Blogs By K Ryan

Abused elder sits alone at table in contemplation

Trusting Caretakers: Why Some Resort to Elder Abuse

Caring for an elderly relative, hiring a caretaker, or housing an elderly relative in an assisted living facility is a draining decision for everyone involved. Finances are often one of the top concerns for those seeking a caretaker in Florida. Even more important is the quality and trustworthiness of said caretaker.

Elderly people are extremely vulnerable to abuse of all kinds, but what causes some caretakers to abuse their elderly charges?

What causes elder abuse?

According to surveyed elderly persons, power and control imbalances, loneliness, isolation and a mutual dependency between the victim and abuser caused some caretakers to abuse their elderly charges.

There are six main types of elder abuse. These include physical, emotional, sexual, and financial abuse, as well as abandonment and neglect. However, abuse appears in many forms; don’t assume someone is safe just because they aren’t covered in bruises.

Elder Abuse Risk Factors

There are certain factors associated with a risk of elder abuse. However, the absence of these factors does not guarantee the absence of abuse. It’s important to check in with elders who have caregivers to ensure they aren’t being subjected to any sort of cruelty or neglect.

There is a risk of elder abuse if the caretaker:

  • Has acted hostile, aggressive, or threatening toward their charge or other vulnerable persons, including animals.
  • Is responsible for a person older than 75 years old.
  • Lives with their elderly charge.
  • Has a relationship conflict with their charge.
  • Is inexperienced and/or unwilling to provide agreed upon or necessary levels of care.
  • Expects the elderly charge to do more than physically, emotionally, or mentally possible.
  • Is subjected to high stress levels and has care demands from persons other than their charge.
  • Is isolated and without a support group.
  • Is in poor physical, mental or emotional health.
  • Has a history of alcohol or drug abuse.
  • Was previously or is currently abused or suffering from family or domestic violence.

Warning Signs of Elder Abuse

If your loved one has a sudden personality change — becomes withdrawn, no longer enjoys beloved hobbies, etc. — they may be suffering from abuse.

Other signs that a caretaker is abusing an elderly charge include: unexplained bruises, cuts, scrapes, or other injuries; unclean or messy clothes or living conditions; lack of necessary medical items, treatments, or care; lacks necessary mobility tools, medications, or items such as eyeglasses or those items are broken, out of reach or otherwise unavailable.

These are not the only signs of elder abuse. Some types of abuse, such as financial exploitation, may not be immediately apparent. You must be vigilant when it comes to ensuring the safety and care of your elderly loved ones. Check their bank accounts to ensure that bills are being paid and money isn’t being withdrawn without explanation or documentation.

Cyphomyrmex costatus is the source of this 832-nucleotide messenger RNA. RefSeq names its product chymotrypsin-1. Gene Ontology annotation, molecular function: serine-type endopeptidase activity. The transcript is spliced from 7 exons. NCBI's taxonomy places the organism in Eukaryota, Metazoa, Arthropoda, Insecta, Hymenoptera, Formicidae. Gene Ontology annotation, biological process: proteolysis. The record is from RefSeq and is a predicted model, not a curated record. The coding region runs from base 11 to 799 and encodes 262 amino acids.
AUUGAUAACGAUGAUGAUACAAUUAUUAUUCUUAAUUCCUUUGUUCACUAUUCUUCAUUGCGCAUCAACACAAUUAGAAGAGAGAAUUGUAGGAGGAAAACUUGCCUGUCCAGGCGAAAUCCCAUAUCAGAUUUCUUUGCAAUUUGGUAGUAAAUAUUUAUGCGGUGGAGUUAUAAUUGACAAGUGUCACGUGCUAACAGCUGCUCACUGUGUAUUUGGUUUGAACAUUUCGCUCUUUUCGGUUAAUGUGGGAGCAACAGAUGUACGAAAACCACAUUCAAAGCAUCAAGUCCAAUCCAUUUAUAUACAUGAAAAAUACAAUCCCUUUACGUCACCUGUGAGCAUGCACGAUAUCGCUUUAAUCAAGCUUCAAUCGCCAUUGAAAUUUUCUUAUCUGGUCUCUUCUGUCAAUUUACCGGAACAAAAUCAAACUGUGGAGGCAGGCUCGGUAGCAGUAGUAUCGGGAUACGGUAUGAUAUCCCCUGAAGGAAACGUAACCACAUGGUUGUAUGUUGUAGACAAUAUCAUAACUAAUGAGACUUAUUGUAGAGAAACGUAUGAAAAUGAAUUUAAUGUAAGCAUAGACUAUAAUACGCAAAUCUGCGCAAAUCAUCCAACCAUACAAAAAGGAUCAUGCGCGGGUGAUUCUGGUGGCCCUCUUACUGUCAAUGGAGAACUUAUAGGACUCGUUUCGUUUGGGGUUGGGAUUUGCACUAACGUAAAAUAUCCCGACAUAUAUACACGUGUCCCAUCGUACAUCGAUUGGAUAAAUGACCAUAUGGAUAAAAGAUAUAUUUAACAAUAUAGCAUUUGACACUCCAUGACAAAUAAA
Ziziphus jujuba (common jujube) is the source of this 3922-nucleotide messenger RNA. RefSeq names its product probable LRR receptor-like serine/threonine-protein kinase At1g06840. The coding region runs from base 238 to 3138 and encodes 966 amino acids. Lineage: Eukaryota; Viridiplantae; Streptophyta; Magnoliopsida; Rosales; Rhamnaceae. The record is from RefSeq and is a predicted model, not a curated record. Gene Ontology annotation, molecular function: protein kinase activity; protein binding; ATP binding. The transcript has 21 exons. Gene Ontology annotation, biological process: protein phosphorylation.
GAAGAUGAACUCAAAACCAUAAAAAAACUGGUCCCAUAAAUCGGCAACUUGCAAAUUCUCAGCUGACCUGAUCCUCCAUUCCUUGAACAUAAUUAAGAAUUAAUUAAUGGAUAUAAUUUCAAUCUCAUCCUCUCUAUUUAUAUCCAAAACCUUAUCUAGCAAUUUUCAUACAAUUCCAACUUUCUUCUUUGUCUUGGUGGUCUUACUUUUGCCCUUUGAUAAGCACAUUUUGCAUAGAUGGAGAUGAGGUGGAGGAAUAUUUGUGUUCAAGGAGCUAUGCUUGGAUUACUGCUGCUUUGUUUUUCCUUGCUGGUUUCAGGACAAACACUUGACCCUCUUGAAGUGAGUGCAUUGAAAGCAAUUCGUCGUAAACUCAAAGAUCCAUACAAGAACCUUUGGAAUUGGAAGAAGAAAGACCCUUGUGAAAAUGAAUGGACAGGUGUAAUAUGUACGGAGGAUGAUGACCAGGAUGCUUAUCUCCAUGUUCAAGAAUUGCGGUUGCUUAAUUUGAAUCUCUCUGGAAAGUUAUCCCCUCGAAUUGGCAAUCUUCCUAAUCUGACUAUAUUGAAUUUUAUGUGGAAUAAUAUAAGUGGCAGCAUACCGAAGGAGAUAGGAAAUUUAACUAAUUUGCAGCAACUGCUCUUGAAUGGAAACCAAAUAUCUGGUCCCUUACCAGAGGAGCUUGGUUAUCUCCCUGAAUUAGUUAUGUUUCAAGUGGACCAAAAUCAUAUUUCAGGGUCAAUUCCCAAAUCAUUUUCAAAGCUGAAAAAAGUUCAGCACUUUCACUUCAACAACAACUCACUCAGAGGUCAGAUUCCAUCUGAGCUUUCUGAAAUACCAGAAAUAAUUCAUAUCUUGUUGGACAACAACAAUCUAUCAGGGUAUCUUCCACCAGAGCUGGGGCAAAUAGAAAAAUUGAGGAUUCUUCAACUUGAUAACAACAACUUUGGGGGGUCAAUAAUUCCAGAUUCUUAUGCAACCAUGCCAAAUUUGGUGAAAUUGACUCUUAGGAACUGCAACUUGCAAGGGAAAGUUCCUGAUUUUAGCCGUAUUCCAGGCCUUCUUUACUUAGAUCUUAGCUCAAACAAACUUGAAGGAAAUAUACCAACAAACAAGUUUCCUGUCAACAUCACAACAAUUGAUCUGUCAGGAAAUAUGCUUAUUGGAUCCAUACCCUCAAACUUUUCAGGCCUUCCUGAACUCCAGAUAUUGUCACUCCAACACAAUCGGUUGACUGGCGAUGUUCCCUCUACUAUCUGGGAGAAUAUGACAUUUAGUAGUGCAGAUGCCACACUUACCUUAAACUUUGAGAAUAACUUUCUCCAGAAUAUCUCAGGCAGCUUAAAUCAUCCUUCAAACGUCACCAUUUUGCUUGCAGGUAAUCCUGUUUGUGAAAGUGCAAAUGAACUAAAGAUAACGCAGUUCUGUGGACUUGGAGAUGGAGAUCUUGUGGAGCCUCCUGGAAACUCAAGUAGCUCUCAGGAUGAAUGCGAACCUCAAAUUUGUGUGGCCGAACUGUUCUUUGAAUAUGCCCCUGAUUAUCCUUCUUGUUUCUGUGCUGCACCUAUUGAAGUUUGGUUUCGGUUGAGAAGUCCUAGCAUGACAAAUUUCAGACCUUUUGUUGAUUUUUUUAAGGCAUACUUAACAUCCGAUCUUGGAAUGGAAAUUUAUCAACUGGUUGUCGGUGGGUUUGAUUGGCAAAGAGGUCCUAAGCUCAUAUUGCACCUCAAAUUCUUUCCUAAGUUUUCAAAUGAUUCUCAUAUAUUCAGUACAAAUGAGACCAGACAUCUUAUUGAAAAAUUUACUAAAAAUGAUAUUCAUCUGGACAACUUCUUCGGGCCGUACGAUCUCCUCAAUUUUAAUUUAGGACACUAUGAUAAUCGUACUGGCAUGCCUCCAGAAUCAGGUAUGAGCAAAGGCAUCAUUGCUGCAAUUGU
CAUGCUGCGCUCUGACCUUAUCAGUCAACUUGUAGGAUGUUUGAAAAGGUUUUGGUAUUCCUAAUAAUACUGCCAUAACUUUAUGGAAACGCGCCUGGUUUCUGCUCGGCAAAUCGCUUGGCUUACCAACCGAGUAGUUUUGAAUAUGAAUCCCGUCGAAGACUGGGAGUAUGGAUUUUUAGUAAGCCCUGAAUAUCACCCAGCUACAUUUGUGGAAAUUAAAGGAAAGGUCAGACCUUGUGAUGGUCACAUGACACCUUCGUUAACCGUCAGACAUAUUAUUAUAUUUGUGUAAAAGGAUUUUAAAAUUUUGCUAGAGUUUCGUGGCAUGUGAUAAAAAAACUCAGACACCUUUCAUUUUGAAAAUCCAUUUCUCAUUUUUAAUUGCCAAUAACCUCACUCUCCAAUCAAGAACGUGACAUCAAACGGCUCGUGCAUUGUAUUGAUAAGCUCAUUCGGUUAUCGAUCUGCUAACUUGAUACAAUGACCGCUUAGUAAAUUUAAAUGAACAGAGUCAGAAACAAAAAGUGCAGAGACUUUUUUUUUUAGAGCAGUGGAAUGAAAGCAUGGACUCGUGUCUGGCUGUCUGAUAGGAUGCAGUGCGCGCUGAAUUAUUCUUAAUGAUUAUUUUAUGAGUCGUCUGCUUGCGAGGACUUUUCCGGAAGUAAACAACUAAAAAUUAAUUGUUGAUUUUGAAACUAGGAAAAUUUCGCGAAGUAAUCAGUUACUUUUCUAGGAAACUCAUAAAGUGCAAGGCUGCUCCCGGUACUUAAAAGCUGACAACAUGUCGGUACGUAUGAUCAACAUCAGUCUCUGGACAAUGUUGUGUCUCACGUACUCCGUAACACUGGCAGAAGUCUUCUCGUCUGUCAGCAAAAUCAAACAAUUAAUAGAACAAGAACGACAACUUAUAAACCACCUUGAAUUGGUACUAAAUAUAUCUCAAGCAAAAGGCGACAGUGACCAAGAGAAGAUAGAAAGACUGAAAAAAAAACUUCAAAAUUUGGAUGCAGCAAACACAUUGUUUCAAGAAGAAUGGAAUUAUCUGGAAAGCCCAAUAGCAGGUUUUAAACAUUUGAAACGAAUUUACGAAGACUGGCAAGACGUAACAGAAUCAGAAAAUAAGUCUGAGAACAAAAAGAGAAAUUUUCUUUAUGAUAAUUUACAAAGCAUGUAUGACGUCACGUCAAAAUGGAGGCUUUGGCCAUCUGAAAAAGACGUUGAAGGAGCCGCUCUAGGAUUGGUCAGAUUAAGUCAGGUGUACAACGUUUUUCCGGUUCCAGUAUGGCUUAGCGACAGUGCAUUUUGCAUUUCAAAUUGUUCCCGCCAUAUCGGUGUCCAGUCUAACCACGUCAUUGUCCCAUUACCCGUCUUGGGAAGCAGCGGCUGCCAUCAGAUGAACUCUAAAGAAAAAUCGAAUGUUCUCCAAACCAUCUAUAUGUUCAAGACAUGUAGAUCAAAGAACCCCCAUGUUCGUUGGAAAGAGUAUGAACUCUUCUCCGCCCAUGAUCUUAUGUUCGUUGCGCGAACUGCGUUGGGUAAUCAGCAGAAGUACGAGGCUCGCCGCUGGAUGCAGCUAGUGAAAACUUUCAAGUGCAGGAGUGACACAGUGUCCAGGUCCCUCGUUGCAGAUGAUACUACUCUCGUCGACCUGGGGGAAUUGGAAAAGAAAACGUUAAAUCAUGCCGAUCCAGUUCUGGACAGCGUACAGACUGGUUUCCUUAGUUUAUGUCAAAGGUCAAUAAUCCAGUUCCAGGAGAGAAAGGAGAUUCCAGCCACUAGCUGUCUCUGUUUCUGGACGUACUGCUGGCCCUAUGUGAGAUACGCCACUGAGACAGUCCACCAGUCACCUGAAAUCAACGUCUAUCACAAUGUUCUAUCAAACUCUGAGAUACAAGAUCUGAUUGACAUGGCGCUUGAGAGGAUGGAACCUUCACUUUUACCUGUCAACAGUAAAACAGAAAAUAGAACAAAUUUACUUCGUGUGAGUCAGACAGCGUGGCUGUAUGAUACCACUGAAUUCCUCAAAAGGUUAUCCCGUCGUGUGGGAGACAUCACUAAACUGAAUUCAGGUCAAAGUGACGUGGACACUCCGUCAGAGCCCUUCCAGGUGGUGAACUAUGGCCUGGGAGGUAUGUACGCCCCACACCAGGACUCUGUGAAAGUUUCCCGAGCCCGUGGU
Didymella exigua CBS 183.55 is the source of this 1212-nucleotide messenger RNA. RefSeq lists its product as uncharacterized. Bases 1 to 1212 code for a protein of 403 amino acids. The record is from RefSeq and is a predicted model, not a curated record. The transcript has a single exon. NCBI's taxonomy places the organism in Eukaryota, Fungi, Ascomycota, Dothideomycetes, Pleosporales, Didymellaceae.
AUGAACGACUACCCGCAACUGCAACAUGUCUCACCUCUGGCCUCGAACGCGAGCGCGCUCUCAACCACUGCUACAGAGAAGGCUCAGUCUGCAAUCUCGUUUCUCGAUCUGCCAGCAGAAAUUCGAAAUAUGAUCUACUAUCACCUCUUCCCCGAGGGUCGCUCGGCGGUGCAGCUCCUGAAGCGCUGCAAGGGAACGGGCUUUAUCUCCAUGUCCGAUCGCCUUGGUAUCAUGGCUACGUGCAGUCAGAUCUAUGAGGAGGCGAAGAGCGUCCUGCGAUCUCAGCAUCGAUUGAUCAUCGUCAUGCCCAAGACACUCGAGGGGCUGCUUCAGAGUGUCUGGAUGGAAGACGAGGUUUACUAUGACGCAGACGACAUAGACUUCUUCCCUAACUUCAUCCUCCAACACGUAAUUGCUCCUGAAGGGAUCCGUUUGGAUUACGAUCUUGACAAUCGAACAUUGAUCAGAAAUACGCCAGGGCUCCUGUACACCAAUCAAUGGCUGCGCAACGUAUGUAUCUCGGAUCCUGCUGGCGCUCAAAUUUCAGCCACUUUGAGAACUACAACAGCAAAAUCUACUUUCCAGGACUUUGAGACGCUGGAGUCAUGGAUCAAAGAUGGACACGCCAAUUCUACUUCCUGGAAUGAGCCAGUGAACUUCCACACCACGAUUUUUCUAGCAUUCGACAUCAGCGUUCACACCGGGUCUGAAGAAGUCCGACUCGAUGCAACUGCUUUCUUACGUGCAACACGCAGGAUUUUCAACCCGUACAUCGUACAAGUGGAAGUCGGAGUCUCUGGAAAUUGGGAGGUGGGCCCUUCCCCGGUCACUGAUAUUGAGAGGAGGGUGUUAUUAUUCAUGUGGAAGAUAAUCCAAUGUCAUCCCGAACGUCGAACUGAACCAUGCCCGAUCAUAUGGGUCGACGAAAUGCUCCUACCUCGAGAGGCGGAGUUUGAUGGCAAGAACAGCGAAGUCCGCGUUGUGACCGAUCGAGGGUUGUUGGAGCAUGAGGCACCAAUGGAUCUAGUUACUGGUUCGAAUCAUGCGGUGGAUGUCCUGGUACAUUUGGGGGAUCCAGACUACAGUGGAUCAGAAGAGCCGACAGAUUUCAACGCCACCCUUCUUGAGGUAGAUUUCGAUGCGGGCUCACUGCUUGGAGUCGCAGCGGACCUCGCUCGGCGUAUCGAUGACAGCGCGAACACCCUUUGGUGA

Keeping in contact with your loved one, including regular (unplanned) visits, phone calls, video calls, and more can help you notice signs of abuse that would have otherwise gone undetected.

If in doubt, ask the elderly charge to tell you about their situation: How are they feeling? Can they tell you about rules surrounding bathing or using the restroom? How are their meals? Do they ever feel hungry and have to sit with that feeling because there is no food or no one to prepare food for them? Are they dealing with any pain?

Connect with local social workers or organizations such as the National Center on Elder Abuse for more information.

What should I do if I’ve witnessed elder abuse?

If someone is being abused by a caretaker, you must alert authorities immediately. Elder abuse can be deadly. In cases in which the elderly charge is not being subjected to physical abuse, emotional and financial abuse can escalate to physical violence or lead to self-violence.

If possible, remove the victim from the reach of the abuser. Once the victim is out of immediate danger, call 911 and contact an experienced Florida elder abuse attorney who can help fight for the victim’s rights and safety.

If you cannot remove the victim from the reach of the abuser, contact law enforcement and describe the situation. Authorities will have further information about how to proceed in the safest and most effective manner to help the victim.

Once the victim is safe, contact a Florida elder abuse attorney for guidance on how to seek justice. The victim may also require medical attention, therapy, and financial assistance. Proceed accordingly and kindly.

Contact an Elder Abuse Attorney Today

Contact us today for a free elder abuse case evaluation. You and your loved ones deserve to be safe and cared for, especially by the people who have sworn to protect you. Let us at Lytal, Reiter, Smith, Ivey & Fronrath help you get the compensation and help you deserve.